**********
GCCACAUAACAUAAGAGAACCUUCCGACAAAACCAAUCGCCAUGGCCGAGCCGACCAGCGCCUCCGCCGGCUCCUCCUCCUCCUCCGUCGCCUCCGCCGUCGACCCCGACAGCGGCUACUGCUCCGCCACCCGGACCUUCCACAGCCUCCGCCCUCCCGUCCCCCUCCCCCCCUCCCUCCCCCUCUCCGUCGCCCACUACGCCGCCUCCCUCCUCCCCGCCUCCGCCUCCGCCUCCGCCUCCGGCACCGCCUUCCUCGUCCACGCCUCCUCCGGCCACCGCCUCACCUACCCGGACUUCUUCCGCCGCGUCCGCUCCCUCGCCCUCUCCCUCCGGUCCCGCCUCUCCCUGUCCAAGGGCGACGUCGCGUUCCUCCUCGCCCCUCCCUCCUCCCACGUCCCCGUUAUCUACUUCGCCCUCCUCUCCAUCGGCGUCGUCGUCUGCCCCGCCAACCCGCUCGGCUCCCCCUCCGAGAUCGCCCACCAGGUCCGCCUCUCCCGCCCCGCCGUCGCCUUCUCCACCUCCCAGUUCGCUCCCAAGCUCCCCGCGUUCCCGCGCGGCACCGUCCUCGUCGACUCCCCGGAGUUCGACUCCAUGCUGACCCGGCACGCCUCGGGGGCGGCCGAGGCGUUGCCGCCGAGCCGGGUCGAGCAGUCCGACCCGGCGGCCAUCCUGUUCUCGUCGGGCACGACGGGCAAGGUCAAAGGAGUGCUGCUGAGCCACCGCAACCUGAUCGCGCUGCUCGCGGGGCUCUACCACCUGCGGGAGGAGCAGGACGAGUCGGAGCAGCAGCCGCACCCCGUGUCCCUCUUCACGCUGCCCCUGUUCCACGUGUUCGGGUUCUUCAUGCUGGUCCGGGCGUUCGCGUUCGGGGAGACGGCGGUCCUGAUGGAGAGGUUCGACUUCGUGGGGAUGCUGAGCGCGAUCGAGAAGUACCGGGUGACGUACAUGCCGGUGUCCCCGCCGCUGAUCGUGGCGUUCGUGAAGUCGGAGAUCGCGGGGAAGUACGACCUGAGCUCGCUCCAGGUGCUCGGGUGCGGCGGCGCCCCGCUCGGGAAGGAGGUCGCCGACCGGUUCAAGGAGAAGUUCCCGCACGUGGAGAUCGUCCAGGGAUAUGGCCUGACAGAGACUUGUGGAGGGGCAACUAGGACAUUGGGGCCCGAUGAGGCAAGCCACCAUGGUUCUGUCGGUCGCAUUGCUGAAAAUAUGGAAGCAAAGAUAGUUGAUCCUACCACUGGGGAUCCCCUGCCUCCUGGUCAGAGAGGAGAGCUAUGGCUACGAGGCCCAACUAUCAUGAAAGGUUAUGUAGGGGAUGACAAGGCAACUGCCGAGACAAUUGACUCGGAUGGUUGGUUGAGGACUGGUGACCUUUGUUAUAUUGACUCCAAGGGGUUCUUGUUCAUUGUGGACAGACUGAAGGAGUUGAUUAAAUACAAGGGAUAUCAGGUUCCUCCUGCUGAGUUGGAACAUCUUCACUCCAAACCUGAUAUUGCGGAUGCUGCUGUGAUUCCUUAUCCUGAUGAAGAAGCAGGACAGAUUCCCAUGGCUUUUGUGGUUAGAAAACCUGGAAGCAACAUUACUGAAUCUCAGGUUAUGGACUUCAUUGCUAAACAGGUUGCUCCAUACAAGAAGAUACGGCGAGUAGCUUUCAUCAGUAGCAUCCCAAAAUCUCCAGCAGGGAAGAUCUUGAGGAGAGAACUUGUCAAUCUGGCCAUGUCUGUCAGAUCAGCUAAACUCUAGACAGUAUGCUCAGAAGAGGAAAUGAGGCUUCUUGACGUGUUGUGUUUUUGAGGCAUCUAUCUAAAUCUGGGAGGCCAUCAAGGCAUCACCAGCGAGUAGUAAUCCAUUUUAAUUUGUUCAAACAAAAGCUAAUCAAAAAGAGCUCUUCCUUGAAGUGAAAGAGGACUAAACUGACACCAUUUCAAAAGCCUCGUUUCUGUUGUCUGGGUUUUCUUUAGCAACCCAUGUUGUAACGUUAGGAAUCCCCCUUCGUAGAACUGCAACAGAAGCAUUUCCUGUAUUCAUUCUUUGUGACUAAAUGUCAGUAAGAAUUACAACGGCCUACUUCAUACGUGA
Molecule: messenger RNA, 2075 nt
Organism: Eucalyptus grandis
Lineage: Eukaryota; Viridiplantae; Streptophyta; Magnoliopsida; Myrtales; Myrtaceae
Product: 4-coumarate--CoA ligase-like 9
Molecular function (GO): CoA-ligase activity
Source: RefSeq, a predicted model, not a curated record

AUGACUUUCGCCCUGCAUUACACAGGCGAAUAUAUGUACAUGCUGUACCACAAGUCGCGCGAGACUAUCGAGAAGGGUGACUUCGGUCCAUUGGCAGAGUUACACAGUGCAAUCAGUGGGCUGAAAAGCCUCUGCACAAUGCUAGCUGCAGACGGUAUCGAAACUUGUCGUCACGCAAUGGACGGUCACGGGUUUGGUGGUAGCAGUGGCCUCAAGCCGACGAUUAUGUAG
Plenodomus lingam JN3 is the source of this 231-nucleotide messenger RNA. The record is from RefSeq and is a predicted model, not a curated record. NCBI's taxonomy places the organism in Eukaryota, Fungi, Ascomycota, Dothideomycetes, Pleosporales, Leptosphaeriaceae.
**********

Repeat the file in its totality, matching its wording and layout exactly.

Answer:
GCCACAUAACAUAAGAGAACCUUCCGACAAAACCAAUCGCCAUGGCCGAGCCGACCAGCGCCUCCGCCGGCUCCUCCUCCUCCUCCGUCGCCUCCGCCGUCGACCCCGACAGCGGCUACUGCUCCGCCACCCGGACCUUCCACAGCCUCCGCCCUCCCGUCCCCCUCCCCCCCUCCCUCCCCCUCUCCGUCGCCCACUACGCCGCCUCCCUCCUCCCCGCCUCCGCCUCCGCCUCCGCCUCCGGCACCGCCUUCCUCGUCCACGCCUCCUCCGGCCACCGCCUCACCUACCCGGACUUCUUCCGCCGCGUCCGCUCCCUCGCCCUCUCCCUCCGGUCCCGCCUCUCCCUGUCCAAGGGCGACGUCGCGUUCCUCCUCGCCCCUCCCUCCUCCCACGUCCCCGUUAUCUACUUCGCCCUCCUCUCCAUCGGCGUCGUCGUCUGCCCCGCCAACCCGCUCGGCUCCCCCUCCGAGAUCGCCCACCAGGUCCGCCUCUCCCGCCCCGCCGUCGCCUUCUCCACCUCCCAGUUCGCUCCCAAGCUCCCCGCGUUCCCGCGCGGCACCGUCCUCGUCGACUCCCCGGAGUUCGACUCCAUGCUGACCCGGCACGCCUCGGGGGCGGCCGAGGCGUUGCCGCCGAGCCGGGUCGAGCAGUCCGACCCGGCGGCCAUCCUGUUCUCGUCGGGCACGACGGGCAAGGUCAAAGGAGUGCUGCUGAGCCACCGCAACCUGAUCGCGCUGCUCGCGGGGCUCUACCACCUGCGGGAGGAGCAGGACGAGUCGGAGCAGCAGCCGCACCCCGUGUCCCUCUUCACGCUGCCCCUGUUCCACGUGUUCGGGUUCUUCAUGCUGGUCCGGGCGUUCGCGUUCGGGGAGACGGCGGUCCUGAUGGAGAGGUUCGACUUCGUGGGGAUGCUGAGCGCGAUCGAGAAGUACCGGGUGACGUACAUGCCGGUGUCCCCGCCGCUGAUCGUGGCGUUCGUGAAGUCGGAGAUCGCGGGGAAGUACGACCUGAGCUCGCUCCAGGUGCUCGGGUGCGGCGGCGCCCCGCUCGGGAAGGAGGUCGCCGACCGGUUCAAGGAGAAGUUCCCGCACGUGGAGAUCGUCCAGGGAUAUGGCCUGACAGAGACUUGUGGAGGGGCAACUAGGACAUUGGGGCCCGAUGAGGCAAGCCACCAUGGUUCUGUCGGUCGCAUUGCUGAAAAUAUGGAAGCAAAGAUAGUUGAUCCUACCACUGGGGAUCCCCUGCCUCCUGGUCAGAGAGGAGAGCUAUGGCUACGAGGCCCAACUAUCAUGAAAGGUUAUGUAGGGGAUGACAAGGCAACUGCCGAGACAAUUGACUCGGAUGGUUGGUUGAGGACUGGUGACCUUUGUUAUAUUGACUCCAAGGGGUUCUUGUUCAUUGUGGACAGACUGAAGGAGUUGAUUAAAUACAAGGGAUAUCAGGUUCCUCCUGCUGAGUUGGAACAUCUUCACUCCAAACCUGAUAUUGCGGAUGCUGCUGUGAUUCCUUAUCCUGAUGAAGAAGCAGGACAGAUUCCCAUGGCUUUUGUGGUUAGAAAACCUGGAAGCAACAUUACUGAAUCUCAGGUUAUGGACUUCAUUGCUAAACAGGUUGCUCCAUACAAGAAGAUACGGCGAGUAGCUUUCAUCAGUAGCAUCCCAAAAUCUCCAGCAGGGAAGAUCUUGAGGAGAGAACUUGUCAAUCUGGCCAUGUCUGUCAGAUCAGCUAAACUCUAGACAGUAUGCUCAGAAGAGGAAAUGAGGCUUCUUGACGUGUUGUGUUUUUGAGGCAUCUAUCUAAAUCUGGGAGGCCAUCAAGGCAUCACCAGCGAGUAGUAAUCCAUUUUAAUUUGUUCAAACAAAAGCUAAUCAAAAAGAGCUCUUCCUUGAAGUGAAAGAGGACUAAACUGACACCAUUUCAAAAGCCUCGUUUCUGUUGUCUGGGUUUUCUUUAGCAACCCAUGUUGUAACGUUAGGAAUCCCCCUUCGUAGAACUGCAACAGAAGCAUUUCCUGUAUUCAUUCUUUGUGACUAAAUGUCAGUAAGAAUUACAACGGCCUACUUCAUACGUGA
Molecule: messenger RNA, 2075 nt
Organism: Eucalyptus grandis
Lineage: Eukaryota; Viridiplantae; Streptophyta; Magnoliopsida; Myrtales; Myrtaceae
Product: 4-coumarate--CoA ligase-like 9
Molecular function (GO): CoA-ligase activity
Source: RefSeq, a predicted model, not a curated record

AUGACUUUCGCCCUGCAUUACACAGGCGAAUAUAUGUACAUGCUGUACCACAAGUCGCGCGAGACUAUCGAGAAGGGUGACUUCGGUCCAUUGGCAGAGUUACACAGUGCAAUCAGUGGGCUGAAAAGCCUCUGCACAAUGCUAGCUGCAGACGGUAUCGAAACUUGUCGUCACGCAAUGGACGGUCACGGGUUUGGUGGUAGCAGUGGCCUCAAGCCGACGAUUAUGUAG
Plenodomus lingam JN3 is the source of this 231-nucleotide messenger RNA. The record is from RefSeq and is a predicted model, not a curated record. NCBI's taxonomy places the organism in Eukaryota, Fungi, Ascomycota, Dothideomycetes, Pleosporales, Leptosphaeriaceae.